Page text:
NatureA research team of eight Danish and Norwegian scientists and their one Brazilian colleague have achieved a long-sought goal of scientists since the 1960s: to determine the atomic-level structure of the proteins that bind together to prevent hemoglobin – the protein that carries oxygen and gives blood its red color – from reaching toxic levels of concentration in the body and possibly damaging vital organs. The study was published in the September 20, 2012 issue of the journal Nature. According to Professor Cristiano Luis Pinto de Oliveira of the Physics Institute of the University of São Paulo (IF-USP) who took part in the study, the discovery may contribute to the development of medicines that relieve episodes of hemoglobin toxicity in persons suffering from congenital blood diseases and malaria.
Transported by the erythrocytes, or red blood cells, hemoglobin molecules consist of four subunits, each containing one iron ion that easily reacts with other chemical elements, especially oxygen atoms. This makes hemoglobin the main diffuser of oxygen throughout the body’s tissues.
When this protein emerges from the erythrocytes, however, it separates into two dimers (each with two subunits), and leaves the iron ions highly exposed. High concentrations of hemoglobin in this form may be toxic. The problem is more acute in the kidneys, where there is a tendency for this molecule to accumulate since it is a kidney’s job to purify the blood. Patients who also suffer from this disorder are those with certain hereditary conditions as well as carriers of the malaria parasite whose hemocytes constantly rupture, releasing excess hemoglobin into the plasma.
The human body has a natural mechanism for eliminating excess amounts of this protein. Haptoglobin, another protein that circulates in the blood, binds to the hemoglobin dimers, enveloping and neutralizing their iron ions. This hemoglobin-haptoglobin (Hb-Hp) complex is in turn removed from the blood by cells known as macrophages. They do this through proteins called CD 163 receptors. By bonding to specific locations, the receptors “hook” and remove the Hb-Hp structures from the bloodstream.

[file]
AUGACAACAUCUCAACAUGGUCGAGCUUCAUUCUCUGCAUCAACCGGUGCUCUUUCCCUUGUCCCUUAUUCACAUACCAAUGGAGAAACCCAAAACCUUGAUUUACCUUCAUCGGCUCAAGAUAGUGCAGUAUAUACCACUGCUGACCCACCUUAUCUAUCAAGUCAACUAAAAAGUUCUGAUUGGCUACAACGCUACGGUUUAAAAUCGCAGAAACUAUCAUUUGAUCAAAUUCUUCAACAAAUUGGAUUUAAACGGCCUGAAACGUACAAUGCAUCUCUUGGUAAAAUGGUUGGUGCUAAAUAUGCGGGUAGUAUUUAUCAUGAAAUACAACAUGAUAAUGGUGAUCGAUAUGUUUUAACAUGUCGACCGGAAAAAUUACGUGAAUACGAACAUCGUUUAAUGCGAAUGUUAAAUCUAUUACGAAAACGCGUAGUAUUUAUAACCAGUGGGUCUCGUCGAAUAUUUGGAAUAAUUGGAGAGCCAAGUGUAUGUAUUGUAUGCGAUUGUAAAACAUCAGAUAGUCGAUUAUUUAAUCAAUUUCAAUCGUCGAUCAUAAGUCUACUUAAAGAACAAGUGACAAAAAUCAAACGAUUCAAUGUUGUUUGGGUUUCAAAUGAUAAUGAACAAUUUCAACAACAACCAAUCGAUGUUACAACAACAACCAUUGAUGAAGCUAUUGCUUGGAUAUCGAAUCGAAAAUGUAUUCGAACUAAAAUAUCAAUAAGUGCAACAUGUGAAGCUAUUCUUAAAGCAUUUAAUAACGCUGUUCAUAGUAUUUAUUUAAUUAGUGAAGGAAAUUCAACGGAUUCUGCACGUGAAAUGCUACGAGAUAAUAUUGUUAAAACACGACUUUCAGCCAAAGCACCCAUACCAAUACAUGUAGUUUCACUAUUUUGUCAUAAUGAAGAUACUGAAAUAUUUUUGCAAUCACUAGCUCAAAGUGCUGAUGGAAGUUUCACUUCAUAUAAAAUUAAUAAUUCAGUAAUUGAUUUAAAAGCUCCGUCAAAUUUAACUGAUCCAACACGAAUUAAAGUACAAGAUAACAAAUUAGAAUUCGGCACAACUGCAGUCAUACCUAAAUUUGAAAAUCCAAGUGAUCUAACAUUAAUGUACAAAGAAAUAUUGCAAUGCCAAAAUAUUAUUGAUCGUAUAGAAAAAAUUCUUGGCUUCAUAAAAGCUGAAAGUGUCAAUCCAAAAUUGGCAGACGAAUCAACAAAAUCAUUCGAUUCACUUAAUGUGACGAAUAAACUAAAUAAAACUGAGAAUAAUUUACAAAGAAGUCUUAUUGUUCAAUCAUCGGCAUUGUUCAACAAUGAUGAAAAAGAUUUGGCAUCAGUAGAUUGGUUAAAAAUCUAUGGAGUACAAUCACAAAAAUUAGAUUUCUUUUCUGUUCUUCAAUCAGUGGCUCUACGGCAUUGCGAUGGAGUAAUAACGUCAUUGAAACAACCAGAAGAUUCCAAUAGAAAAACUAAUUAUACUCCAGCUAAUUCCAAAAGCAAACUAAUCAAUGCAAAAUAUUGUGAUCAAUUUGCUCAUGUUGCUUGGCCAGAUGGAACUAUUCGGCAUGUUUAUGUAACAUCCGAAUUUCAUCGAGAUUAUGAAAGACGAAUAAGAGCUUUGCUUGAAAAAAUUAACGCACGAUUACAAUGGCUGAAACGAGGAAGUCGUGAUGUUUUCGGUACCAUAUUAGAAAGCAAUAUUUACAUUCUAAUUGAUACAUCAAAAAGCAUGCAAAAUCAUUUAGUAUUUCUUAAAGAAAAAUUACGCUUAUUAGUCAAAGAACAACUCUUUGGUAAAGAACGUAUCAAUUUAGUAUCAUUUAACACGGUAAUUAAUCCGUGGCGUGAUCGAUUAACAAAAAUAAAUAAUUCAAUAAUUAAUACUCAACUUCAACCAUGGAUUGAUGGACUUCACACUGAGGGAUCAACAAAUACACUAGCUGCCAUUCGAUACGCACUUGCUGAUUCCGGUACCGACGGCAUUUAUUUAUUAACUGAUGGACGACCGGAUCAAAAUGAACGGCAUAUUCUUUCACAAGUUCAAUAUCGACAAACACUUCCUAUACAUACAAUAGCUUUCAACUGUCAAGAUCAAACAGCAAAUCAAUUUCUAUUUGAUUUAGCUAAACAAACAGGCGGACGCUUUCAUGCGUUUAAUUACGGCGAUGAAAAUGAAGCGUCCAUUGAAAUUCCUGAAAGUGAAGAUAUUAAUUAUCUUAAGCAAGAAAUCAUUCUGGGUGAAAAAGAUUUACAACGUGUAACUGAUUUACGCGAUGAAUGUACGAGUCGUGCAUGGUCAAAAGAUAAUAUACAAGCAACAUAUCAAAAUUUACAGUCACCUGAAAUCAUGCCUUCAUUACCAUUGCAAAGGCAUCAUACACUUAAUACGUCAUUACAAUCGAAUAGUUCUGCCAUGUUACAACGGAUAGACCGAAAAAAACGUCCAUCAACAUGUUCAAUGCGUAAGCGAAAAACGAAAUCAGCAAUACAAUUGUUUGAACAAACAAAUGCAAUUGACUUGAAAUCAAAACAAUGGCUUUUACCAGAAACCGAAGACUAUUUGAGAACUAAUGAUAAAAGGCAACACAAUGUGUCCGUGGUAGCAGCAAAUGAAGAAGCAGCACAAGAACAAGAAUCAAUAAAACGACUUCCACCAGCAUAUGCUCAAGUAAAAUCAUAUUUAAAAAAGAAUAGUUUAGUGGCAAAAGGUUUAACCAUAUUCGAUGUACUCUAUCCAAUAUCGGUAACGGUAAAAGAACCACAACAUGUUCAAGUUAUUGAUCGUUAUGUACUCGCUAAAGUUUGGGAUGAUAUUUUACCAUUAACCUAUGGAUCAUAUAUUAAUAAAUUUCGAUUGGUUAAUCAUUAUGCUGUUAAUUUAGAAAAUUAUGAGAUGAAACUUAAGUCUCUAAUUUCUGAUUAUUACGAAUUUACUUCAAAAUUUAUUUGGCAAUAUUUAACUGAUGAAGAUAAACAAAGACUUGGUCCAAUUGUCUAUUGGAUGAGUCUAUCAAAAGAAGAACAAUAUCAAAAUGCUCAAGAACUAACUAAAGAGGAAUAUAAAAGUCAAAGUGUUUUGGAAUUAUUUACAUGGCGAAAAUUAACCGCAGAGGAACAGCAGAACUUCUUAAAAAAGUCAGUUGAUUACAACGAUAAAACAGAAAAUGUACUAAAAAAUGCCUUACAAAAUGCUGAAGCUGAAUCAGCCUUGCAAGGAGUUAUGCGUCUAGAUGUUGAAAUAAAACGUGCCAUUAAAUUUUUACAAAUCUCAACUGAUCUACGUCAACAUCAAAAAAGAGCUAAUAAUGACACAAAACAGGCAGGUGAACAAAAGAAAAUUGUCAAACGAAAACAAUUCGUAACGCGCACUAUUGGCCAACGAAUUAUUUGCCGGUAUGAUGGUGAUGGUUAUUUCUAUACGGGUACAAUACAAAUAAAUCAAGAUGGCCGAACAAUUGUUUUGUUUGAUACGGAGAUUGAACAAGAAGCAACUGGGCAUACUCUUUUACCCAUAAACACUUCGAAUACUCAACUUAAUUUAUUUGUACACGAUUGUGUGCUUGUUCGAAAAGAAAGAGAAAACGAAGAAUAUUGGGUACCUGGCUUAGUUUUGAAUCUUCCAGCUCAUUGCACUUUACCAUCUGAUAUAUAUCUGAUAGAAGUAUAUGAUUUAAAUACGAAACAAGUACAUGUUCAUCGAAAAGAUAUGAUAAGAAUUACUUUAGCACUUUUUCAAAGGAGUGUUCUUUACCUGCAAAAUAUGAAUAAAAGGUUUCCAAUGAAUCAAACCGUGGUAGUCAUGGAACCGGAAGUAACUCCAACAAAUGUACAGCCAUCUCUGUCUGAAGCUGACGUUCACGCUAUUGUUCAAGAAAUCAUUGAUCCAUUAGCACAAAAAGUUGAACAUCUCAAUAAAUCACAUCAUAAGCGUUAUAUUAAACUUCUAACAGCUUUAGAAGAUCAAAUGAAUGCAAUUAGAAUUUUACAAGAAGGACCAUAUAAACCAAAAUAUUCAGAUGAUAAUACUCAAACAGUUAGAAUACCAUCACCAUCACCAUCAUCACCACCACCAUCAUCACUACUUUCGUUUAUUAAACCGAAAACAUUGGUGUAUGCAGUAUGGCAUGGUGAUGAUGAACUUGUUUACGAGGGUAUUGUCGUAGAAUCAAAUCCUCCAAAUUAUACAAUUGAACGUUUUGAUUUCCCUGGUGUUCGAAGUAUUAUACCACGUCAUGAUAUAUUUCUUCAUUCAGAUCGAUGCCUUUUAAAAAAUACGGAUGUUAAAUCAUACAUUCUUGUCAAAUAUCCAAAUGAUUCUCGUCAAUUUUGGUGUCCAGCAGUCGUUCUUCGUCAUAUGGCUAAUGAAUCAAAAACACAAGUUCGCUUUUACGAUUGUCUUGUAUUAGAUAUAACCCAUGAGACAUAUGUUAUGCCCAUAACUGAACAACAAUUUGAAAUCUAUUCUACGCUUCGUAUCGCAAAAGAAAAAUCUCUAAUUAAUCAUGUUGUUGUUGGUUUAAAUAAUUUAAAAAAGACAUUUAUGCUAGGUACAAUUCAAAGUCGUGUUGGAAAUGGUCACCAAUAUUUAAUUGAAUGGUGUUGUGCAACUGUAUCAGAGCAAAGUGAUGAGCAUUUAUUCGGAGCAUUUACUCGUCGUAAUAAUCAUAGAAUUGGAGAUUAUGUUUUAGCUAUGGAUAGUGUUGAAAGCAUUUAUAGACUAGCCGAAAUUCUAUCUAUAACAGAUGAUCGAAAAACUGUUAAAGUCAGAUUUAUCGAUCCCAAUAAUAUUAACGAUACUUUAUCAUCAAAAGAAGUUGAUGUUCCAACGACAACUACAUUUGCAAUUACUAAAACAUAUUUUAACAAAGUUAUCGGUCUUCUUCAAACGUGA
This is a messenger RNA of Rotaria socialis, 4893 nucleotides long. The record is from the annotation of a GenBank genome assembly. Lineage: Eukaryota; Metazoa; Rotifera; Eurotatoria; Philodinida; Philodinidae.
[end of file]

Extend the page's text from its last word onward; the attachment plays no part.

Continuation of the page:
Researchers have understood the atom-by-atom structure of hemoglobin since 1959 when they first managed to grow a crystal of the macromolecule and watched how it interfered with the passage of x-rays, a phenomenon known as diffraction. But until recently, they have not been able to do this with haptoglobin and the Hb-Hp complex. “The main difficulty was the peculiar shape of the haptoglobin, which made it hard to crystallize,” explains Oliveira.
Under the coordination of biomedical scientist Soeren Moestrup of Aarhus University in Denmark, the researchers began working in 2006 to find the ideal conditions for purifying and crystallizing the desired substances. Their efforts combined several biochemical and biophysical techniques. Oliveira collaborated on the analysis of how X-rays are scattered by the molecules in an aqueous solution. The technique enabled him to confirm that the shape of crystallized molecules is the same as those dissolved in water. The high-resolution structures obtained show how the haptoglobin is formed out of the two subunits (in light blue and dark blue in the figure), connected in a way never before seen in proteins. They also show how the Hb-Hp complex is formed and how it binds to the CD 163 receptors.
ANDERSEN, C.B.F. et al. Structure of the haptoglobin–haemoglobin complex. Nature. v. 489. 20 Sept. 2012.